Anecdotally, I have seen (and heard from other birth workers) that women who are working right up until their birth either go far past their due dates and/or enter the labor depleted and are at risk for transferring to a hospital for failure to progress and exhaustion.

When you are in work mode, you enlist a part of your brain that is the opposite of getting your body into labor. You are using hormones – adrenalin and cortisol – that literally stall the labor hormone, oxytocin. (8) Most likely you are hustling to get a lot of work done before the baby, but sure enough it will be that night that you go to bed really late, fatigued both mentally and physically that your baby will decide it’s go time. Even if you manage to labor and give birth naturally when exhausted, it’s a more risky place to start your labor (for both you and your baby).

Also, when you’re not working you have the time to exercise, take naps, eat well, and start to hone in on connecting with your baby and envisioning your birth.

The purpose in preparing so much for your birth is to control what you can in the pregnancy in order to ‘lose all control’ in the moment of birth. Once labor starts, the most important tool one has is to surrender to the contractions and labor pattern. Therefore, it’s important to take the time in the pregnancy to prepare physically and mentally so that you can allow for things to unfold as they will in the moment of birth (and trust that that was how it was meant to go).

Good luck and enjoy!

Resources

1. Janssen, P. A., Saxell, L., Page, L. A., Klein, M. C., Liston, R. M., & Lee, S. K. (2009). Outcomes of planned home birth with registered midwife versus planned hospital birth with midwife or physician. CMAJ : Canadian Medical Association Journal, 181(6-7), 377-383. http://doi.org/10.1503/cmaj.081869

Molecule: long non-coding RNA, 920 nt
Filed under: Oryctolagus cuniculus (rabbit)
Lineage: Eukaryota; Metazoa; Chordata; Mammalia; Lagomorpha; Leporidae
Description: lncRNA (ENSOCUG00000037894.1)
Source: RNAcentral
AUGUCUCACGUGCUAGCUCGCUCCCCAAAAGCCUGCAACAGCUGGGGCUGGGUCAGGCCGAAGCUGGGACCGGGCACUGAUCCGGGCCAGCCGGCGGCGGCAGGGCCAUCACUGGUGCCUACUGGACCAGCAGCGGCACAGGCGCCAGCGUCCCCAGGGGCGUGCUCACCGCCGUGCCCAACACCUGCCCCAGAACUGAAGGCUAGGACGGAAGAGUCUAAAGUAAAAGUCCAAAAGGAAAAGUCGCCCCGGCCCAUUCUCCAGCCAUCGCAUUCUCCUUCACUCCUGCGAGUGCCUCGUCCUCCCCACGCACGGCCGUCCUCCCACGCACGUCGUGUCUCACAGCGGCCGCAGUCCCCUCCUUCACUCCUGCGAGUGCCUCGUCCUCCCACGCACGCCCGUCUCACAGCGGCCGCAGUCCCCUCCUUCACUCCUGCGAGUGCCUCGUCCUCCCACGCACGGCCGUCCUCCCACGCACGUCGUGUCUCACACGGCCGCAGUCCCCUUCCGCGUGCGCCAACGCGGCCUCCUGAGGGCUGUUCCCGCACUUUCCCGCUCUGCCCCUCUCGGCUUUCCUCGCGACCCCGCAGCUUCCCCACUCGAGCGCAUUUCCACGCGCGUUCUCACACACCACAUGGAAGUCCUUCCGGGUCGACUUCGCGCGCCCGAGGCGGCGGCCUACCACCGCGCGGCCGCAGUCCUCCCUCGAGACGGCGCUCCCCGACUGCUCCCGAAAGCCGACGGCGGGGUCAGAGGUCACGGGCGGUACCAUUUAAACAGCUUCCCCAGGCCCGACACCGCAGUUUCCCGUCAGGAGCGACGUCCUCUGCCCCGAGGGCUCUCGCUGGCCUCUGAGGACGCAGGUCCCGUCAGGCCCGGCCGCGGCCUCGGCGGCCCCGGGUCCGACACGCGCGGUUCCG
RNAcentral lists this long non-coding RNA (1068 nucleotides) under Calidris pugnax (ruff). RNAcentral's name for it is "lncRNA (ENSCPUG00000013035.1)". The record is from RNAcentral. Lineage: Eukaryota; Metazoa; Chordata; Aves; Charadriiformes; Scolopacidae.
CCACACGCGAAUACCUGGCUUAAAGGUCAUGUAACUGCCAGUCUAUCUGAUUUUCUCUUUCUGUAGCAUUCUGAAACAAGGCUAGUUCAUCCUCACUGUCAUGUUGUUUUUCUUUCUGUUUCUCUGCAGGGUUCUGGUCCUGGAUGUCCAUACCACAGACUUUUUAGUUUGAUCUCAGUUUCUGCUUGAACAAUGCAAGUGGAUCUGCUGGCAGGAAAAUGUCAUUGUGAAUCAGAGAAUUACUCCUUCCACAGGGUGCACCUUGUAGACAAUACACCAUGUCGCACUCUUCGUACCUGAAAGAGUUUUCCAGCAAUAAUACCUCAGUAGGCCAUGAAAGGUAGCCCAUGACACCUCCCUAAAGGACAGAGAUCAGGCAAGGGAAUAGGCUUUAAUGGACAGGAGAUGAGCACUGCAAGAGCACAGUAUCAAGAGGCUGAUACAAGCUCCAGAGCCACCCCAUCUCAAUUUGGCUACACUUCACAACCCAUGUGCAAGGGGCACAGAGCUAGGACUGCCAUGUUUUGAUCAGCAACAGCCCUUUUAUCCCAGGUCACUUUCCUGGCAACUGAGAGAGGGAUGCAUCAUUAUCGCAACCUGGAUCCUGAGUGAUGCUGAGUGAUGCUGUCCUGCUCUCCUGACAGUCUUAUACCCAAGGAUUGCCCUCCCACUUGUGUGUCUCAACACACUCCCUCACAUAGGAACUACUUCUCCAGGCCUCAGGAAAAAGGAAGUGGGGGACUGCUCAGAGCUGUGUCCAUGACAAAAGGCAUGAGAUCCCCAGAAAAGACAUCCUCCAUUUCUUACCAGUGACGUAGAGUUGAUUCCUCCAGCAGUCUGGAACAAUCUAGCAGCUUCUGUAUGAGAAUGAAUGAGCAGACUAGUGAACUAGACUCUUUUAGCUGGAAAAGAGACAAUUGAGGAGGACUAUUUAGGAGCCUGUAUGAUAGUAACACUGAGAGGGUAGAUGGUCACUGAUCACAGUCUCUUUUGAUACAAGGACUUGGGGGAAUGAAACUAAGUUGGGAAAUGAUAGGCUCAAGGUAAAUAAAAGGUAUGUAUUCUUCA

2. Cheyney, M., Bovbjerg, M., Everson, C., Gordon, W., Hannibal, D. and Vedam, S. (2014), Outcomes of Care for 16,924 Planned Home Births in the United States: The Midwives Alliance of North America Statistics Project, 2004 to 2009. Journal of Midwifery & Women’s Health, 59: 17–27. doi:10.1111/jmwh.12172

3. Nutrition During Pregnancy. (2015, April). Retrieved November 23, 2016, from http://www.acog.org/Patients/FAQs/Nutrition-During-Pregnancy

4. Frye, Anne. Holistic Midwifery. Comprehensive Textbook For Midwives in Homebirth Practice: Caring During Pregnancy. Portland: Labrys, 2010. Print.

5. Kordi, Masoumeh, Fatemeh Aghaei Meybodi, Fatemeh Tara, Mohsen Nemati, and Mohammed Taghi Shakeri. “The Effect of Late Pregnancy Consumption of Date Fruit on Cervical Ripening in Nulliparous Women.” Journal of Midwifery & Reproductive Health2.3 (n.d.): 150-56. Web. 27 Apr. 2017.

6. Physical activity and exercise during pregnancy and the postpartum period. Committee Opinion No. 650. American College of Obstetricians and Gynecologists. Obstet Gynecol 2015;126:e135–42.

7. Varney, Helen, Jan M. Kriebs, and Carolyn L. Gegor. Varney’s Midwifery. 4th ed. N.p.: Jones & Bartlett Learning., n.d. Print.

8. Gaskin, Ina May. Spiritual Midwifery. 4th ed. Summertown: Book, 2002. Print.